Dr. Marian Zakharus
On March 9th, 2020, the Children’s Medical Care Foundation family lost a talented, ambitious exemplar of what it means to selflessly devote oneself to the care of children. Dr. Marian Zakharus, a pediatric surgeon at Danylo Halytsky Lviv National Medical University, a rising star in the field of pediatric surgery in Ukraine and an even more extraordinary humanitarian, passed away suddenly at the age of 40.
The enormity of the loss of Dr. Zakharus’ passing, both to the immediate care of children in the Lviv region of Ukraine, as well as to the broader effort to elevate standards of pediatric care throughout the country, is difficult to overstate. Though barely into his fortieth year at the time of his death, he was already a highly respected surgeon, known for his thoroughness, stamina, discipline, work ethic and extraordinary capacity for gentleness and compassion with patients and emotional supportiveness of colleagues.
Dr. Zakharus first became affiliated with the Children’s Medical Care Foundation when he applied for and was granted an observership at the Department of Pediatric Surgery at the Upper Silesian Child Health Center, Katowice, Poland, under the guidance of Prof. Janusz Bohosiewicz. He would later acquire further CMCF-sponsored training at the Department of Pediatric Surgery and Urology at the University of Medicine, Wroclaw, Poland, under the guidance of Prof. Dariusz Patkowski.
Dr. Zakharus was also selected to participate in a two-day training at the Aesculap Academy in Nowy Tomysl, Poland, on minimally invasive surgical techniques with two of Europe’s leading practitioners and former CMCF Fellows, Professors Piotr Czauderna and Dariusz Patkowski, head of Pediatric Surgery and Urology Department Wroclaw University of Medicine and head of the Department of Surgery and Urology for Children and Adolescents of the Medical University of Gdańsk, respectively.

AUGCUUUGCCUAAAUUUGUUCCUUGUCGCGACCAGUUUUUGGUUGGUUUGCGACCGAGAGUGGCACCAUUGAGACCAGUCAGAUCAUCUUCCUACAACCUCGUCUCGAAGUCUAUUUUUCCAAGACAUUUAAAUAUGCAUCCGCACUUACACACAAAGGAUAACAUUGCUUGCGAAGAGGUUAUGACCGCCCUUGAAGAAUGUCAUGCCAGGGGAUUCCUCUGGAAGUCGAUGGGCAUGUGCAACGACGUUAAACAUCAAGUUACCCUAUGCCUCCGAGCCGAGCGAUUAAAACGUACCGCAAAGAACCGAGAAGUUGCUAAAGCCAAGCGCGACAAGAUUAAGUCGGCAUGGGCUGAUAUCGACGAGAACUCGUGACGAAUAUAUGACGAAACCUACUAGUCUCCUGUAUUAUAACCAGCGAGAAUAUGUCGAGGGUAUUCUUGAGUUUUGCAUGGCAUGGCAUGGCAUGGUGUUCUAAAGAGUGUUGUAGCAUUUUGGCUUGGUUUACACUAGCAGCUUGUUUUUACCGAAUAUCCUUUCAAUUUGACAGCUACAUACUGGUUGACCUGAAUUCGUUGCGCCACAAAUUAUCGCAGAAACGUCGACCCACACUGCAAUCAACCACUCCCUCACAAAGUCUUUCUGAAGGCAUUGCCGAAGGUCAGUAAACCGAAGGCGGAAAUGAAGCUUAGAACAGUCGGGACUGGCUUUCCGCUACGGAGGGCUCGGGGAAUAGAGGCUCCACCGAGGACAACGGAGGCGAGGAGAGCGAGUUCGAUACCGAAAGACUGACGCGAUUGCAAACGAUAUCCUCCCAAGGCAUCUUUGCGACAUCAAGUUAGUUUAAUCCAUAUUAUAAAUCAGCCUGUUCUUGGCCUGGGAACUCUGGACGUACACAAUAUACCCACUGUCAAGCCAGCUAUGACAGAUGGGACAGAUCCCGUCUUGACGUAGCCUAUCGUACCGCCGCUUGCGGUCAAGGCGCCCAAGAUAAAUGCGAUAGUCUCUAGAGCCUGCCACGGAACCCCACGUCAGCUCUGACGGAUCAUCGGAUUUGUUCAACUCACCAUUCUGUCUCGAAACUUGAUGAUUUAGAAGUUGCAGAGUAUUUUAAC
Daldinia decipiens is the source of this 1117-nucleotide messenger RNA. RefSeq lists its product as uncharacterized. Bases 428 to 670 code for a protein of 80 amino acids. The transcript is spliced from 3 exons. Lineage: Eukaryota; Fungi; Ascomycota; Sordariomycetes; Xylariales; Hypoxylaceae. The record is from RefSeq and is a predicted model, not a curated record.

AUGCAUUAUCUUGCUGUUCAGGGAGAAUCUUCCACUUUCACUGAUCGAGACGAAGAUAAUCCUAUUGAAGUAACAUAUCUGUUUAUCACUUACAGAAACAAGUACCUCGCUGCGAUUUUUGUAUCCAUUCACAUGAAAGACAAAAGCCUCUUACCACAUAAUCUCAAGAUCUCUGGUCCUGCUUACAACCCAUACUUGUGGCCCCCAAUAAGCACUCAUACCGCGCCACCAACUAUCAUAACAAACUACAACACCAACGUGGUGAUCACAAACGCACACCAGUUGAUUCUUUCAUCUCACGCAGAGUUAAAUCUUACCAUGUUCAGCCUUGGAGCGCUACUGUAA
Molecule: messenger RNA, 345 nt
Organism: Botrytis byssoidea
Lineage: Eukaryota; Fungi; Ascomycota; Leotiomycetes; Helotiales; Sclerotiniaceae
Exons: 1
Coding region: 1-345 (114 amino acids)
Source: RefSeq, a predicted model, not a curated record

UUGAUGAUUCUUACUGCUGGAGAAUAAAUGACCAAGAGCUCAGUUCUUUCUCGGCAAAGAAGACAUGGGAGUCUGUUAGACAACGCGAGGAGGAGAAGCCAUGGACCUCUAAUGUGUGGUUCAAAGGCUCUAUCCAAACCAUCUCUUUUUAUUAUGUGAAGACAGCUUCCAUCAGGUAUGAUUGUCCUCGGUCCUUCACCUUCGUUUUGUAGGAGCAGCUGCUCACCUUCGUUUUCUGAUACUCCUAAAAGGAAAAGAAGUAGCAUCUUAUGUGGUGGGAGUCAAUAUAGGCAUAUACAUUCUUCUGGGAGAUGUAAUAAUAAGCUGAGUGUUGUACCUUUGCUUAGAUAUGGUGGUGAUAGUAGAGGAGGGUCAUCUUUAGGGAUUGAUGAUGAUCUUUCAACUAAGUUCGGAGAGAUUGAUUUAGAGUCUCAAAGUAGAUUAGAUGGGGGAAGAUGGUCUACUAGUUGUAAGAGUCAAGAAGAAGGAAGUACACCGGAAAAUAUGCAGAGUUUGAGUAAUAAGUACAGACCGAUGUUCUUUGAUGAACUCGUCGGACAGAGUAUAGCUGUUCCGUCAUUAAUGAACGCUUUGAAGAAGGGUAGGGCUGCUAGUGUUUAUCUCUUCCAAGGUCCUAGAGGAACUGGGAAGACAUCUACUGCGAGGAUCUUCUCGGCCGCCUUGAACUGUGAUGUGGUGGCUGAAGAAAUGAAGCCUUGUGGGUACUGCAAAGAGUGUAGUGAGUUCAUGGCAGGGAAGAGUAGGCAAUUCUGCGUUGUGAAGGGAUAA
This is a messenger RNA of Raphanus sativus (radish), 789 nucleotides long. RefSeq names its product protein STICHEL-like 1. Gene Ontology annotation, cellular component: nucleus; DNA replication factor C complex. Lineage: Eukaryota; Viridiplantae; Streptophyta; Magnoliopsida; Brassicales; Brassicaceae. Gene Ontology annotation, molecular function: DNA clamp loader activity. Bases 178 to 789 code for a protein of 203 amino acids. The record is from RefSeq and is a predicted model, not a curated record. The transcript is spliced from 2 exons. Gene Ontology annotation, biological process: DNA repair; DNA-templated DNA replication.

Dr. Zakharus was beginning to distinguish himself as one of the leading practitioners in Ukraine of minimally invasive surgical techniques such as laparoscopy for the treatment of oncological diseases, and for the application of those techniques for the treatment of patients with congenital and acute abdominal pathologies.
Marian took great pride in his affiliation with CMCF, and it is difficult to imagine a better ambassador for the foundation’s mission of generously sharing the latest of what is known in pursuit of ever better pediatric care standards. When members of CMCF’s US-based Board of Directors came to Ukraine, it was Dr. Zakharus who would greet them at the airport and assist them during their stays by personally driving them to important meetings. Stories abound of this kind of selfless volunteerism.
As impressive as his technical mastery in the operating theater was the personal effect he had on his patients. One colleague recalled how he would often have gifts or a joke for his young patients and that upon the recovery of one child from a particularly dire medical condition that Dr. Zakharus had treated him for, the parents asked Dr. Zakharus if he would be the child’s Godfather. Dr. Zakharus made it a tradition to visit the family in their distant village on the child’s birthday every year since. Another colleague, a neonatologist who had known and worked with him since medical school, said that he was adored by staff and patients alike and described him as “a great friend, the perfect surgeon, an amazing man, a loving son, just an awesome person”.
Though he was tragically taken too early, his legacy will live on and the standards he helped set will hopefully inspire those who come after. May he rest in peace.